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Definitions and Brief History of Carnivals and Midways

<< Introduction

Before exploring the various carnivals that have played at the Stampede, it is important to clarify what is meant by the term “carnival”3: “a traveling collection of amusements which include games of chance, sideshows, and thrilling rides”4 or (less formally) “a lusty busty bawdy bitch…who has kicked up her frolicsome heels and masqueraded under many guises and names.”5 The constituent parts of carnivals have changed significantly over the past century – changes that have, for the most part, been in response to a variety of technological advances and, more significantly, fluctuating beliefs about morality and decency. Fundamentally, however, the term “carnival” refers to the actual physical entities that have occupied midways since the late nineteenth century.6

It is also salient to contextualize the carnivals at the Stampede in a brief historical discussion of carnivals in North America, the genesis of which is located in the 1893 World Exposition in Chicago. Although small travelling circuses were common from the mid-nineteenth century onward, carnivals per se were non-existent until after the Chicago World’s Fair. The central purpose of the 1893 World’s Fair was to educate and impress the masses with contemporary technological innovations. However, a segment of the World’s Fair named the “Midway Plaisance” was devoted to many free entertainment attractions and side shows.7 This first midway, one and a half miles long and “a block wide,”8 comprised a Ferris wheel, merry-go-round, and other attractions such as “fat ladies,” fortune tellers, and games of chance.9 Thus, although the terms “carnival” and “midway” are often used interchangeably, there is a distinction: “midway” is the actual geographical location, while “carnival” refers to the entities that occupy the midway. Although the midway proved to be highly attractive to fairgoers and generated significant revenue for the World’s Fair, it was also seen as vulgar and somewhat immoral. It was, therefore, geographically segregated from “the serene and aristocratic Court of Honor,”10 despite being wrapped in a cloak of respectability through the use of an idyllic name for the assemblage itself and attempts to display many of the rides, sideshows, and attractions “in the romantic style of the fancy waistcoat era.”11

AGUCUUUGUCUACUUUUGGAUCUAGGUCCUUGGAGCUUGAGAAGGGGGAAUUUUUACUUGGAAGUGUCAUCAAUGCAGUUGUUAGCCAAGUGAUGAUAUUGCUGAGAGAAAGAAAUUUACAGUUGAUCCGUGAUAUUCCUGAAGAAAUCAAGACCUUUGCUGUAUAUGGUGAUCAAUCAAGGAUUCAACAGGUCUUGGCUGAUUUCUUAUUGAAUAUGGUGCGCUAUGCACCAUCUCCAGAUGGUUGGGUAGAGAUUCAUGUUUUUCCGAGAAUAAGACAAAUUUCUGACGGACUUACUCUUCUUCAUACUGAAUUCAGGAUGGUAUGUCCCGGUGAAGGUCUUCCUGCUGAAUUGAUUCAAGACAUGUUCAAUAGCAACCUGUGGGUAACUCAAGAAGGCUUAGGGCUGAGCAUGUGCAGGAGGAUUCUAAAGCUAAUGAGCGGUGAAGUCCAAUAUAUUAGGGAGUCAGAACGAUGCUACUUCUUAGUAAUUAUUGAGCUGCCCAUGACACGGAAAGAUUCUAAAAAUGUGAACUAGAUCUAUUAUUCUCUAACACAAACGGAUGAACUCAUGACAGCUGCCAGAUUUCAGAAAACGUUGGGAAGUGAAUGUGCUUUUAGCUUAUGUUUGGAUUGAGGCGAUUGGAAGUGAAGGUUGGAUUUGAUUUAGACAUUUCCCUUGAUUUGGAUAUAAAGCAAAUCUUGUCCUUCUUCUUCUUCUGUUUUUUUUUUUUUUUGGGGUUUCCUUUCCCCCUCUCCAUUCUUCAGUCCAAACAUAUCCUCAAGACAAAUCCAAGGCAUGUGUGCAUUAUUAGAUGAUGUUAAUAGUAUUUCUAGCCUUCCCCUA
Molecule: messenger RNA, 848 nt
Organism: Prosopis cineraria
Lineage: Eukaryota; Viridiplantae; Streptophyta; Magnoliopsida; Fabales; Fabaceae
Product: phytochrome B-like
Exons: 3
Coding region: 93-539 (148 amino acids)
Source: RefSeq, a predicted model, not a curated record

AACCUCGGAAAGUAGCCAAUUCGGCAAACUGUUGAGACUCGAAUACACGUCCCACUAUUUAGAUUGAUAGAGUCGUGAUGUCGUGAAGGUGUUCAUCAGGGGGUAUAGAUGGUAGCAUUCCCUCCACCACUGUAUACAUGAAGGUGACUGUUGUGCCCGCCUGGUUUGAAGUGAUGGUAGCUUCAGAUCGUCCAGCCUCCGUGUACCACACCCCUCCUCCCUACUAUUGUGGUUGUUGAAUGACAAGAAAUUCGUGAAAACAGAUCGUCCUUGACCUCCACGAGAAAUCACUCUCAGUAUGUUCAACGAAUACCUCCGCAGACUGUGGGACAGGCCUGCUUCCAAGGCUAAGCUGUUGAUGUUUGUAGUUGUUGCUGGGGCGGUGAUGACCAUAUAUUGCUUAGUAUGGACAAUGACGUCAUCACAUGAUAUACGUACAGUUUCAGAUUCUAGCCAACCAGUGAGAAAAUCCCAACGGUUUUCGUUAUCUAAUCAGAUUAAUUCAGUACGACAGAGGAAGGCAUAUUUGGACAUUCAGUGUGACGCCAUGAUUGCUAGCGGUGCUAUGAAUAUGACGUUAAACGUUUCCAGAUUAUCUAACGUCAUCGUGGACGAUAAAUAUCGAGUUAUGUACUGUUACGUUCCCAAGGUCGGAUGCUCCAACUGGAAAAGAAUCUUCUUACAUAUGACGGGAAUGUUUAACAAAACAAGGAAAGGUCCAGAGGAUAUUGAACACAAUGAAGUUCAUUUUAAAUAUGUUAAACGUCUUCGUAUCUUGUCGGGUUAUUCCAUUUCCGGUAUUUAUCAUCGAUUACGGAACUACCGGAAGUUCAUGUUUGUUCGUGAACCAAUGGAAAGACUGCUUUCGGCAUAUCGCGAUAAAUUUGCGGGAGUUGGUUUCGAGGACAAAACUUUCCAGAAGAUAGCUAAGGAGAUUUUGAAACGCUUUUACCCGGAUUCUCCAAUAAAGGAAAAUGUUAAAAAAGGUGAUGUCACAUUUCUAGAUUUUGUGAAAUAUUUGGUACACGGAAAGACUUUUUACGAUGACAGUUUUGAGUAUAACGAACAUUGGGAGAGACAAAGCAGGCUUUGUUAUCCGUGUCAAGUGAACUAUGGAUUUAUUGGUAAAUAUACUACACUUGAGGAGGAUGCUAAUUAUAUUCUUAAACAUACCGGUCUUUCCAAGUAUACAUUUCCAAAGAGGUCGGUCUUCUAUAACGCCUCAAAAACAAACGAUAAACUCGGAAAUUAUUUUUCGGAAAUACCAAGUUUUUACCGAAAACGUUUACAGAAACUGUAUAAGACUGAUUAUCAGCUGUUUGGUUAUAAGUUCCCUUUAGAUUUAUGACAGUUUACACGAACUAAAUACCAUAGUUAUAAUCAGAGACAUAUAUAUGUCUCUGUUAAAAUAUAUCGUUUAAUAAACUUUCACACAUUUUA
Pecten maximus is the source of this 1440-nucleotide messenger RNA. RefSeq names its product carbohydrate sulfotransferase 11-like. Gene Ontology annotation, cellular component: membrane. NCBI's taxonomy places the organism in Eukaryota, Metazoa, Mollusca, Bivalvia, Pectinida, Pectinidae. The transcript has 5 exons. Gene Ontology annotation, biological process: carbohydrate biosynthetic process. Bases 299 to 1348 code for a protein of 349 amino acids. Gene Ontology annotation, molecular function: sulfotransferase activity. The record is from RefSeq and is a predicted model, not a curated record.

The financial success of the midway at the Chicago World’s Fair led to a proliferation of smaller travelling carnival companies in the ensuing years that continued to use the name “midway” to refer to their entertainment offerings. Most of these early carnivals did not survive for long, as their dependence on guaranteed crowds and money was significantly challenged by the sparse population outside urban centres in North America. Many of the smaller carnival groups joined together, thereby creating a single carnival company, which made them far more attractive to the general public and guaranteed them more bookings over the carnival season.

The Midway on the Margins: The First Half of the Twentieth Century >>

 

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